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Superfacility For Data Intensive Science

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"A Superfacility for Data Intensive Science"

Dr. Katherine Yelick
Associate Laboratory Director for Computing Sciences at Lawrence Berkeley National Laboratory
Professor of Electrical Engineering and Computer Sciences, University of California at Berkeley.
(presented at FASTER CoP on November 08, 2016)



About the Speaker

Dr. Katherine Yelick

Dr. Katherine Yelick
Professor of Electrical Engineering and Computer Sciences at the University of California at Berkeley
Associate Laboratory Director for Computing Sciences at Lawrence Berkeley National Laboratory


Katherine Yelick is a Professor of Electrical Engineering and Computer Sciences at the University of California at Berkeley and the Associate Laboratory Director for Computing Sciences at Lawrence Berkeley National Laboratory. She is known for her research in parallel languages, compilers, algorithms, libraries, architecture, and runtime systems. She earned her Ph.D. in Electrical Engineering and Computer Science from the Massachusetts Institute of Technology and has been on the faculty at UC Berkeley since 1991 with a joint research appointment at Berkeley Lab since 1996. She was the director of the National Energy Research Scientific Computing Center (NERSC) from 2008 to 2012 and in her current role as Associate Laboratory Director she manages a 300-person organization that includes NERSC, the Energy Science Network (ESNet), and the Computational Research Division. She is a member of the National Academies Computer Science and Telecommunications Board (CSTB) and the Computing Community Consortium (CCC), and she previously served on the California Council on Science and Technology. Yelick is an ACM Fellow and recipient of the ACM-W Athena award and the 2015 ACM/IEEE Ken Kennedy Award.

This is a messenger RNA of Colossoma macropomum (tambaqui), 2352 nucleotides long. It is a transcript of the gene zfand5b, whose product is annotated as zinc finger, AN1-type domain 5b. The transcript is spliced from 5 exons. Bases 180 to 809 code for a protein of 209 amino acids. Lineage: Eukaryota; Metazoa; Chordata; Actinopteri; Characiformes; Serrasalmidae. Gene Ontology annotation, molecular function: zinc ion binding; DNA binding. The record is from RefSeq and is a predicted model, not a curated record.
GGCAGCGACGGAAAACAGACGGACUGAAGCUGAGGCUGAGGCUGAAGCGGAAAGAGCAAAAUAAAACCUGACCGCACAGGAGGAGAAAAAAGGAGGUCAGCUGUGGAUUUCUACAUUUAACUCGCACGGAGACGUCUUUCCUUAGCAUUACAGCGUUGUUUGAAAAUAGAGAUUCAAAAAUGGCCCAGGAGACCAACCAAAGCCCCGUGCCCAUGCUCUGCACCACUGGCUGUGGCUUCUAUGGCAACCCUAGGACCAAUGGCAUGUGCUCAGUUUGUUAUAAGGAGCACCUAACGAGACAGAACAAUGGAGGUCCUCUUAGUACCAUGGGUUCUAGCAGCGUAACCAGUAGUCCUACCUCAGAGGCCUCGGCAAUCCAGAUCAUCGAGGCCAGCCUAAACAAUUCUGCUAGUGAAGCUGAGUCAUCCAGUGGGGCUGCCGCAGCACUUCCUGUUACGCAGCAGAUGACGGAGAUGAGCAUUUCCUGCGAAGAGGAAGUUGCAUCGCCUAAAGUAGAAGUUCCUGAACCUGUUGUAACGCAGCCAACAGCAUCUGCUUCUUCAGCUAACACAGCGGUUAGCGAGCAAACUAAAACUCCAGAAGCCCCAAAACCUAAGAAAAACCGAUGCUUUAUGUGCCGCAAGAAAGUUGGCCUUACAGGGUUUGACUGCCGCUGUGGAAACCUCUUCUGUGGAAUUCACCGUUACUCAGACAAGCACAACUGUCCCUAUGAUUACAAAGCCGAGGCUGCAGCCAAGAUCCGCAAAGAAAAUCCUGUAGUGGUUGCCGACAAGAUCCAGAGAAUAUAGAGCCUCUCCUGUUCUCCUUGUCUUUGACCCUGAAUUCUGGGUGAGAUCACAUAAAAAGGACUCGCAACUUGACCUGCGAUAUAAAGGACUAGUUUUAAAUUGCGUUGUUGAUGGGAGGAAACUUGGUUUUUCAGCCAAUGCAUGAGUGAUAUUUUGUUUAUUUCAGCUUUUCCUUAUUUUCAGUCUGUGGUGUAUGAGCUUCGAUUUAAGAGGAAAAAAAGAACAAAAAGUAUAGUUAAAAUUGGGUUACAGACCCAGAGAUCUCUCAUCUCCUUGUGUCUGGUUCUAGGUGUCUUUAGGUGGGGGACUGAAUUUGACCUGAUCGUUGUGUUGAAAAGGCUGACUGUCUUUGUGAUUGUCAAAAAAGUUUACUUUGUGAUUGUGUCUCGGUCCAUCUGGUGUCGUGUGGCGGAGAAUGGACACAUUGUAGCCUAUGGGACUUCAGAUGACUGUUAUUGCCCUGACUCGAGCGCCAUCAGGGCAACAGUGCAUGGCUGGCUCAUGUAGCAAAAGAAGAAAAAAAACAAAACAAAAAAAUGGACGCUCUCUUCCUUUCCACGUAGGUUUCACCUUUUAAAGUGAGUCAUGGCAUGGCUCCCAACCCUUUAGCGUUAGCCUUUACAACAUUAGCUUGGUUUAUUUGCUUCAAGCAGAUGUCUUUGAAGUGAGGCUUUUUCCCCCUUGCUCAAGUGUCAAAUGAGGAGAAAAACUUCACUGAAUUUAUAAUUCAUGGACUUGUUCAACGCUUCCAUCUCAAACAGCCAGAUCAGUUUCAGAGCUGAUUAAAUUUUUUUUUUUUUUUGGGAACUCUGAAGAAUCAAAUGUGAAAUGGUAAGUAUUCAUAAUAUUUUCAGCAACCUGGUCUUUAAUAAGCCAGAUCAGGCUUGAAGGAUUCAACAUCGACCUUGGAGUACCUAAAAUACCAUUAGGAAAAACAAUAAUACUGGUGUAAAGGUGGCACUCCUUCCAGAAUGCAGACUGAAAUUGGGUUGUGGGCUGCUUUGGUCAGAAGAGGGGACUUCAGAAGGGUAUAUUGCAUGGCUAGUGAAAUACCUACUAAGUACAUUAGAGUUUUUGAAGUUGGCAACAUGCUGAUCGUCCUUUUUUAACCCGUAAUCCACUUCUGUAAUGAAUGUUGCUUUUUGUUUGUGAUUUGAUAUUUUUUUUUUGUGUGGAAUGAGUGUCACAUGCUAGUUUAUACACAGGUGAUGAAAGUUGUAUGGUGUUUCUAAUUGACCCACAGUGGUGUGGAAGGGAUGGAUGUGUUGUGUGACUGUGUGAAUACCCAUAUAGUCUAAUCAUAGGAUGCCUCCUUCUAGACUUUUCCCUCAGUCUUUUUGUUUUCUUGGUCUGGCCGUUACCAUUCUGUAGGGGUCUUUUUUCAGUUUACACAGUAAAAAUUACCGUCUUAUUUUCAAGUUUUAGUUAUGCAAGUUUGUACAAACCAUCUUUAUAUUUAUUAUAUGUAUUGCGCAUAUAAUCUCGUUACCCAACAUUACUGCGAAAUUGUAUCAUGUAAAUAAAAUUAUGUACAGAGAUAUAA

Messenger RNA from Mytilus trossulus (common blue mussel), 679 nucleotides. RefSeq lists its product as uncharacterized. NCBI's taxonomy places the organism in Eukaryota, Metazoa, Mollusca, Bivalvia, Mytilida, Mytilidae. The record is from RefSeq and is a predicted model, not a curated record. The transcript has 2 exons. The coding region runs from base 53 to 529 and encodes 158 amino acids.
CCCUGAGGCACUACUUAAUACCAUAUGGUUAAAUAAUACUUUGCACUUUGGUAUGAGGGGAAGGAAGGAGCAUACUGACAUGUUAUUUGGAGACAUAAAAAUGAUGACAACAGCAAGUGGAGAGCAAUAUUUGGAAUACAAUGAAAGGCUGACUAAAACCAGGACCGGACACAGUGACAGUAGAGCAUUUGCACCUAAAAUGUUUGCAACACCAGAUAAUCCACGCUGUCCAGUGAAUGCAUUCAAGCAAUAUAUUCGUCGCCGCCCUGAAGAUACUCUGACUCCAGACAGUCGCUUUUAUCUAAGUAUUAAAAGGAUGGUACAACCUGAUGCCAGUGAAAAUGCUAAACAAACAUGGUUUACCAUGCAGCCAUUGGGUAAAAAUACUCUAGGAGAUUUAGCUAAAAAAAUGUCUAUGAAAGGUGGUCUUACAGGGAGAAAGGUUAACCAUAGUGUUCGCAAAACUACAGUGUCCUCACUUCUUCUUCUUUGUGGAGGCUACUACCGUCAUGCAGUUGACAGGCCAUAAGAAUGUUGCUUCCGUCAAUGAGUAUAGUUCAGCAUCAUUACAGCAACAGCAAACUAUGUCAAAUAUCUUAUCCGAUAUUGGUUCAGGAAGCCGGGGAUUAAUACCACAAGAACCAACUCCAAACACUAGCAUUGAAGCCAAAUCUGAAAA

Abstract

In the same way that the Internet has combined with web content and search engines to revolutionize every aspect of our lives, the scientific process is poised to undergo a radical transformation based on the ability to access, analyze, and merge complex data sets. Scientists will be able to combine their own data with that of other scientists, validating models, interpreting experiments, re-using and re-analyzing data, and making use of sophisticated mathematical analyses and simulations to drive the discovery of relationships across data sets. This “scientific web” will yield higher quality science, more insights per experiment, a higher impact from major investments in scientific instruments, and an increased democratization of science—allowing people from a wide variety of backgrounds to participate in the science process.


Scientists have always demanded some of the fastest computers for computer simulations, and while this has not abated, there is a new driver for computer performance with the need to analyze large experimental and observational data sets. The exponential growth rates in detectors, sequencers and other observational technology, data sets across many science disciplines are outstripping the storage, computing, and algorithmic techniques available to individual scientists. The first step in realizing this is to consider the model used for scientific user facilities, including experimental facilities, wide area networks, computing and data facilities. To maximize scientific productivity and the efficiency of the infrastructure, these facilities should be viewed as a single tightly integrated “superfacility” where data streams between locations and experiments can be integrated with high-speed analytics and simulation.


Equally important to this model is the need for advanced research in computer science, applied mathematics, and statistics to deal with increasingly sophisticated scientific questions and the complexity of the data. In this talk I will describe some examples of how science disciplines such as biology, material science and cosmology are changing in the face of their own data explosions, and how this will lead to a set of research questions due to the scale of the data sets, the data rates, inherent noise and complexity, and the need to “fuse” disparate data sets. What is really needed for data-driven science workloads in terms of hardware, systems software, networks and programming environments and how well can those be supported on systems that also run simulation codes? How will the imminent hardware disruptions affect the ability to perform data analysis computations and what types of algorithms will be required?


Webcast

Video Link: https://youtu.be/E4dDm1ixojQ